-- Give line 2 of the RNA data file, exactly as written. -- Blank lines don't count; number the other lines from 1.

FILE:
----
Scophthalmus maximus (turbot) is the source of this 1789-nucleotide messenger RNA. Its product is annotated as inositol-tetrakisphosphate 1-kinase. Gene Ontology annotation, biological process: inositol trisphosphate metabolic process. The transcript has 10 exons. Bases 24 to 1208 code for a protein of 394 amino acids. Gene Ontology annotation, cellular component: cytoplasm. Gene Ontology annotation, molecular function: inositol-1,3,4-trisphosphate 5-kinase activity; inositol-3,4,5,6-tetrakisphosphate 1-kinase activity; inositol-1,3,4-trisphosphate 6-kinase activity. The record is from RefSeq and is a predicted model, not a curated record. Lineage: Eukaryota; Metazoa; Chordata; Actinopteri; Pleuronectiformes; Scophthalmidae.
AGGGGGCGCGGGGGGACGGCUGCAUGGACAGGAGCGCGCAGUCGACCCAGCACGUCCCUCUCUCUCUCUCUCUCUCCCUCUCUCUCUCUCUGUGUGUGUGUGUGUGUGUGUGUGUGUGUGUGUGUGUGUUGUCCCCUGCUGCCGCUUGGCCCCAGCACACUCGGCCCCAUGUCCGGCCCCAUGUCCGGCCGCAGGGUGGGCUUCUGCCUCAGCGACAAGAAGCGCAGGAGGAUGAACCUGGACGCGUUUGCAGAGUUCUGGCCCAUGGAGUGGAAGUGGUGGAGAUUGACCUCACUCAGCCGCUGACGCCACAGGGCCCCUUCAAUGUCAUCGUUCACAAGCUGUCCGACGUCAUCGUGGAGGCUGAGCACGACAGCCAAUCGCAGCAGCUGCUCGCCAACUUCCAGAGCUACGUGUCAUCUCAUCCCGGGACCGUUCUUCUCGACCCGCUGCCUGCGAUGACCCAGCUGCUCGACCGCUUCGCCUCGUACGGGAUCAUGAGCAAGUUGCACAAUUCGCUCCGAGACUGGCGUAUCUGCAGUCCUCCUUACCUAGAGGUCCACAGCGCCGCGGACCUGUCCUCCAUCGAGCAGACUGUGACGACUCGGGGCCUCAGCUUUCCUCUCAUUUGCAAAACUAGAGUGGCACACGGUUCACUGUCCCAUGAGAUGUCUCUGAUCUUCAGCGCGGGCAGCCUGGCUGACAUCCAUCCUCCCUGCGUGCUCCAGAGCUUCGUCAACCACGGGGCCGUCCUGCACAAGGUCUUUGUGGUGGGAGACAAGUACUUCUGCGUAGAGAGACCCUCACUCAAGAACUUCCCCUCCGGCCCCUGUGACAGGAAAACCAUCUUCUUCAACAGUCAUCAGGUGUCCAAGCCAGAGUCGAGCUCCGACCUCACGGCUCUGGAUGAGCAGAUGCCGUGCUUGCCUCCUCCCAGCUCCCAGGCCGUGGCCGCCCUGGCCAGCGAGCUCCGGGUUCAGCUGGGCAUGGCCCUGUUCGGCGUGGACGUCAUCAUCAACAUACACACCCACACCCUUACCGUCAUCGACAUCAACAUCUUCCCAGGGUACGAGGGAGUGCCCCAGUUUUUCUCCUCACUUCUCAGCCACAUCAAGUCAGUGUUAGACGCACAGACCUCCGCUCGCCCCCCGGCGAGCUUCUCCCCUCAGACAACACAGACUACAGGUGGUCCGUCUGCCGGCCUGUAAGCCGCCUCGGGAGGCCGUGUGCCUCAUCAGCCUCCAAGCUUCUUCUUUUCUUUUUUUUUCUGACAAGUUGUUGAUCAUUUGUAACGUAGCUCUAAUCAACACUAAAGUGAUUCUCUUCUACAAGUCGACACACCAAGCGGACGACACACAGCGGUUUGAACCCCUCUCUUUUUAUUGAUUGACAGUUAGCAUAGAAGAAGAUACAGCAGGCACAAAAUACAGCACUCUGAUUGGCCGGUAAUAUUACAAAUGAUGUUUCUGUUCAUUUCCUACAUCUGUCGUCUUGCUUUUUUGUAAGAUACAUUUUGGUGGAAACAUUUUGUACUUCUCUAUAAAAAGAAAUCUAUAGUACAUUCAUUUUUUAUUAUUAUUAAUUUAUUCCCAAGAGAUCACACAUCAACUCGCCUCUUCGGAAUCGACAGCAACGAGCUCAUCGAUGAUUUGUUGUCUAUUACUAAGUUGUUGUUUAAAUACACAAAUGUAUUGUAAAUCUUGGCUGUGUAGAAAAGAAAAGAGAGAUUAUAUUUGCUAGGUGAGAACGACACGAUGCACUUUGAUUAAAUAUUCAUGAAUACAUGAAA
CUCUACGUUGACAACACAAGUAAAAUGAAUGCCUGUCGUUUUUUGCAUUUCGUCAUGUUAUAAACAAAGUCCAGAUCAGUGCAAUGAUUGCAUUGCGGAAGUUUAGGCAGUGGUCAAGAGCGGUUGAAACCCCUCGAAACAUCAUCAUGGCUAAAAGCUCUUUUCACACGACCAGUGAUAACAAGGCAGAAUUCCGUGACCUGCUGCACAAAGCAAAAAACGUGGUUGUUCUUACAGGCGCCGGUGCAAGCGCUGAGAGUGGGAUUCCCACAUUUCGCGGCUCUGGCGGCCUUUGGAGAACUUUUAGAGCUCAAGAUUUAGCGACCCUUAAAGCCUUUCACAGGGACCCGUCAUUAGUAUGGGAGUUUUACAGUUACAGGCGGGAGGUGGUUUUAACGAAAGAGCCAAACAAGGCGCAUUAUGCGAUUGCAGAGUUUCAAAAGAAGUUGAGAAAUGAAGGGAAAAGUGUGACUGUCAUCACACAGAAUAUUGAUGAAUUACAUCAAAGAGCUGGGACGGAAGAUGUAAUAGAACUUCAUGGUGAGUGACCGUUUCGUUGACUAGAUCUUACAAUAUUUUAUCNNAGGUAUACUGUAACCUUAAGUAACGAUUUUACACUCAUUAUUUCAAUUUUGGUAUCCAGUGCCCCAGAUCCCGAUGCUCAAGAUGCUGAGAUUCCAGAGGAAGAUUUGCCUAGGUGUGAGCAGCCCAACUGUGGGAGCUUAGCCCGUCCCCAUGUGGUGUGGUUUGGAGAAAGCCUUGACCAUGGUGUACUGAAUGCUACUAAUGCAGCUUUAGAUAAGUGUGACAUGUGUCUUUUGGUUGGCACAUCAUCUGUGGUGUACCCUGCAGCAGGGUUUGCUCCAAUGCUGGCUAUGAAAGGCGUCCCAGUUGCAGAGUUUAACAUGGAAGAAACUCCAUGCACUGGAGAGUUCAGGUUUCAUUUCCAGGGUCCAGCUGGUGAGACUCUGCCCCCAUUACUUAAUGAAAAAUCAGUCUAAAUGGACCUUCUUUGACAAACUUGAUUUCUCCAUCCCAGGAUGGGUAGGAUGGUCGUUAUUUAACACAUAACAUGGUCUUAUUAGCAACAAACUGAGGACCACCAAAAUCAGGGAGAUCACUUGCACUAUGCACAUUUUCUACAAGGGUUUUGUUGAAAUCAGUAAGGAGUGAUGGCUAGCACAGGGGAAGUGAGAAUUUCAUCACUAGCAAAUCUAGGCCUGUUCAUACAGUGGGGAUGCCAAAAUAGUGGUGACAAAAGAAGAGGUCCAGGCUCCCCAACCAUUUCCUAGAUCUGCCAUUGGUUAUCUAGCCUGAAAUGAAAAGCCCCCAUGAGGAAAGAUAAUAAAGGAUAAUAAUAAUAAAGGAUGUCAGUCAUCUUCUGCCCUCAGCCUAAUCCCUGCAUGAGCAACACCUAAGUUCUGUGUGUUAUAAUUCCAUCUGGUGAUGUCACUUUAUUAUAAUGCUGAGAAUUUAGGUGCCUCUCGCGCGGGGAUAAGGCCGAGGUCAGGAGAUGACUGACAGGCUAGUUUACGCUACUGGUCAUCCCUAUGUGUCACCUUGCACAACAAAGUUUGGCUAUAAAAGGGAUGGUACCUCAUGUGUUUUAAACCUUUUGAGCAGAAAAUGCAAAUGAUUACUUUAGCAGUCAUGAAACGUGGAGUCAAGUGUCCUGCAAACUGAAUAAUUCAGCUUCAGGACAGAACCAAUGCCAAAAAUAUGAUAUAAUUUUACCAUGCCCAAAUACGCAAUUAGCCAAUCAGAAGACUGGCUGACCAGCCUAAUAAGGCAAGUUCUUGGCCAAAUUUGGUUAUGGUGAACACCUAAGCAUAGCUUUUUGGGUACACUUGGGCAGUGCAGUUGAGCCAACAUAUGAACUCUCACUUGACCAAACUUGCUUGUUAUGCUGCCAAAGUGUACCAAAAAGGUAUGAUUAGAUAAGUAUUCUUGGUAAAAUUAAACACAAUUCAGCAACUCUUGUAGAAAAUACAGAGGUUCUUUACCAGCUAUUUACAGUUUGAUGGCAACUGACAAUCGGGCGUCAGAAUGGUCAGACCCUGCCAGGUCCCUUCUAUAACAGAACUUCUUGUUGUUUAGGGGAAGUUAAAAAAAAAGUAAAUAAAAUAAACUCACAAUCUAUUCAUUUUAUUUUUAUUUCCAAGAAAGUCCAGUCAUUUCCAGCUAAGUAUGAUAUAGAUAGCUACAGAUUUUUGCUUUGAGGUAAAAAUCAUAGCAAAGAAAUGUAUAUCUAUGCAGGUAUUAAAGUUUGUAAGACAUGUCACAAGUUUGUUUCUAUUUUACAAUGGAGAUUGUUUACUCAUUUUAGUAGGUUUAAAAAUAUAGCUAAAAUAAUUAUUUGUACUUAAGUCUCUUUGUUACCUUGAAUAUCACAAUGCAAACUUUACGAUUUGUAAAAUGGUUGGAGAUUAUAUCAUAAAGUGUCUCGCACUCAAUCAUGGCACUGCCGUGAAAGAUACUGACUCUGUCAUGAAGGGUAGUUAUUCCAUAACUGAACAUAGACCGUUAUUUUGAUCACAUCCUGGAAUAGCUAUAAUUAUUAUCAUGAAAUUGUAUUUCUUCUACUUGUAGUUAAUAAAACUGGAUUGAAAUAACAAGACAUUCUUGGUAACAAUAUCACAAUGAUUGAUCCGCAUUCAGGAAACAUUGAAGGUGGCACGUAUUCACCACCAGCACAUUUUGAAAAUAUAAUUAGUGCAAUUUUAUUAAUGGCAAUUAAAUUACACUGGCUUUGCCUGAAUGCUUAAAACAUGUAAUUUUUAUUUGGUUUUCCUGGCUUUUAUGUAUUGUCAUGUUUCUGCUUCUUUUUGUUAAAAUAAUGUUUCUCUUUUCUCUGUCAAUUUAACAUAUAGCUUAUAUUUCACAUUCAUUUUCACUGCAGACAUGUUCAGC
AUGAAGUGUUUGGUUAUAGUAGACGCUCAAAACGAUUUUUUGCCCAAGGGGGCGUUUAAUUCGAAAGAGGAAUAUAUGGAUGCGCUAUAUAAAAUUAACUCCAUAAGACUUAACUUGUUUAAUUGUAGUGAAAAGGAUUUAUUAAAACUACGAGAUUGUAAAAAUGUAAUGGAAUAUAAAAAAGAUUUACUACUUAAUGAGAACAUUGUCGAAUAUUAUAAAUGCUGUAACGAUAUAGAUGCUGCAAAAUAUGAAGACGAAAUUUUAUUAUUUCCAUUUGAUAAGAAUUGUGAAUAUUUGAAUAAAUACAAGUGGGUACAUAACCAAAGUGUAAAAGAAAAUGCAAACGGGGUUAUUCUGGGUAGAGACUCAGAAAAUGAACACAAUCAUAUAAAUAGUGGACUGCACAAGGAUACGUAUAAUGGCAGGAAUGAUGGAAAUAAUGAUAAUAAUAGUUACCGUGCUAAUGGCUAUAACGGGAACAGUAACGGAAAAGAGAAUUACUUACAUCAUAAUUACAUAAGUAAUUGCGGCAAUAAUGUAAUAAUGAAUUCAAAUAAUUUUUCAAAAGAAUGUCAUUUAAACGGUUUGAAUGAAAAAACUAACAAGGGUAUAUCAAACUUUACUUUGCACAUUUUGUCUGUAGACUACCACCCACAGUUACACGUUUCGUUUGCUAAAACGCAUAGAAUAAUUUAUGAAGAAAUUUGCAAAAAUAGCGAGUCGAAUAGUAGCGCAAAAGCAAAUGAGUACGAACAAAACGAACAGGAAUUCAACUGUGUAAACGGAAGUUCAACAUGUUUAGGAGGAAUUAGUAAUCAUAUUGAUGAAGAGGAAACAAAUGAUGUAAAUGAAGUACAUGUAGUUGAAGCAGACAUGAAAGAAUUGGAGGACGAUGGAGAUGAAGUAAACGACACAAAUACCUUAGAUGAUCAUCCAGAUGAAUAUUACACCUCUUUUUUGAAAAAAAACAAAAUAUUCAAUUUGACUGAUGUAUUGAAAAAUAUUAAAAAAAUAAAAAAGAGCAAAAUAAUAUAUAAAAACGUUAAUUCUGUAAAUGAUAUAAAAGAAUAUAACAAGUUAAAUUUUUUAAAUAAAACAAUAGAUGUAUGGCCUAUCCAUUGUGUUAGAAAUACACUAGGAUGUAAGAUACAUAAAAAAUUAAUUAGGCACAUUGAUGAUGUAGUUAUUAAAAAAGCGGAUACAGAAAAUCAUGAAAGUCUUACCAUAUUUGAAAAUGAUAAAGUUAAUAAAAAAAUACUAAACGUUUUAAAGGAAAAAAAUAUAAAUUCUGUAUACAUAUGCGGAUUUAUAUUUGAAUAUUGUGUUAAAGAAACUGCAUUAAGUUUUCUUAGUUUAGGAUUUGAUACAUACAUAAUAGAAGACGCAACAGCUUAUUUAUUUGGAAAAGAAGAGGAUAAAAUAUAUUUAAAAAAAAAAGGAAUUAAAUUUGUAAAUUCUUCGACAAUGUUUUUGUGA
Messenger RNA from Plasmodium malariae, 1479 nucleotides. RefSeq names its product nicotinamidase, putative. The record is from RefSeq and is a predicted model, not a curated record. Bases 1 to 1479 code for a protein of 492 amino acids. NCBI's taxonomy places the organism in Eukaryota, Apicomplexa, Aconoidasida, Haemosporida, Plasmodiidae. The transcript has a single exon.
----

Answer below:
AGGGGGCGCGGGGGGACGGCUGCAUGGACAGGAGCGCGCAGUCGACCCAGCACGUCCCUCUCUCUCUCUCUCUCUCCCUCUCUCUCUCUCUGUGUGUGUGUGUGUGUGUGUGUGUGUGUGUGUGUGUGUUGUCCCCUGCUGCCGCUUGGCCCCAGCACACUCGGCCCCAUGUCCGGCCCCAUGUCCGGCCGCAGGGUGGGCUUCUGCCUCAGCGACAAGAAGCGCAGGAGGAUGAACCUGGACGCGUUUGCAGAGUUCUGGCCCAUGGAGUGGAAGUGGUGGAGAUUGACCUCACUCAGCCGCUGACGCCACAGGGCCCCUUCAAUGUCAUCGUUCACAAGCUGUCCGACGUCAUCGUGGAGGCUGAGCACGACAGCCAAUCGCAGCAGCUGCUCGCCAACUUCCAGAGCUACGUGUCAUCUCAUCCCGGGACCGUUCUUCUCGACCCGCUGCCUGCGAUGACCCAGCUGCUCGACCGCUUCGCCUCGUACGGGAUCAUGAGCAAGUUGCACAAUUCGCUCCGAGACUGGCGUAUCUGCAGUCCUCCUUACCUAGAGGUCCACAGCGCCGCGGACCUGUCCUCCAUCGAGCAGACUGUGACGACUCGGGGCCUCAGCUUUCCUCUCAUUUGCAAAACUAGAGUGGCACACGGUUCACUGUCCCAUGAGAUGUCUCUGAUCUUCAGCGCGGGCAGCCUGGCUGACAUCCAUCCUCCCUGCGUGCUCCAGAGCUUCGUCAACCACGGGGCCGUCCUGCACAAGGUCUUUGUGGUGGGAGACAAGUACUUCUGCGUAGAGAGACCCUCACUCAAGAACUUCCCCUCCGGCCCCUGUGACAGGAAAACCAUCUUCUUCAACAGUCAUCAGGUGUCCAAGCCAGAGUCGAGCUCCGACCUCACGGCUCUGGAUGAGCAGAUGCCGUGCUUGCCUCCUCCCAGCUCCCAGGCCGUGGCCGCCCUGGCCAGCGAGCUCCGGGUUCAGCUGGGCAUGGCCCUGUUCGGCGUGGACGUCAUCAUCAACAUACACACCCACACCCUUACCGUCAUCGACAUCAACAUCUUCCCAGGGUACGAGGGAGUGCCCCAGUUUUUCUCCUCACUUCUCAGCCACAUCAAGUCAGUGUUAGACGCACAGACCUCCGCUCGCCCCCCGGCGAGCUUCUCCCCUCAGACAACACAGACUACAGGUGGUCCGUCUGCCGGCCUGUAAGCCGCCUCGGGAGGCCGUGUGCCUCAUCAGCCUCCAAGCUUCUUCUUUUCUUUUUUUUUCUGACAAGUUGUUGAUCAUUUGUAACGUAGCUCUAAUCAACACUAAAGUGAUUCUCUUCUACAAGUCGACACACCAAGCGGACGACACACAGCGGUUUGAACCCCUCUCUUUUUAUUGAUUGACAGUUAGCAUAGAAGAAGAUACAGCAGGCACAAAAUACAGCACUCUGAUUGGCCGGUAAUAUUACAAAUGAUGUUUCUGUUCAUUUCCUACAUCUGUCGUCUUGCUUUUUUGUAAGAUACAUUUUGGUGGAAACAUUUUGUACUUCUCUAUAAAAAGAAAUCUAUAGUACAUUCAUUUUUUAUUAUUAUUAAUUUAUUCCCAAGAGAUCACACAUCAACUCGCCUCUUCGGAAUCGACAGCAACGAGCUCAUCGAUGAUUUGUUGUCUAUUACUAAGUUGUUGUUUAAAUACACAAAUGUAUUGUAAAUCUUGGCUGUGUAGAAAAGAAAAGAGAGAUUAUAUUUGCUAGGUGAGAACGACACGAUGCACUUUGAUUAAAUAUUCAUGAAUACAUGAAA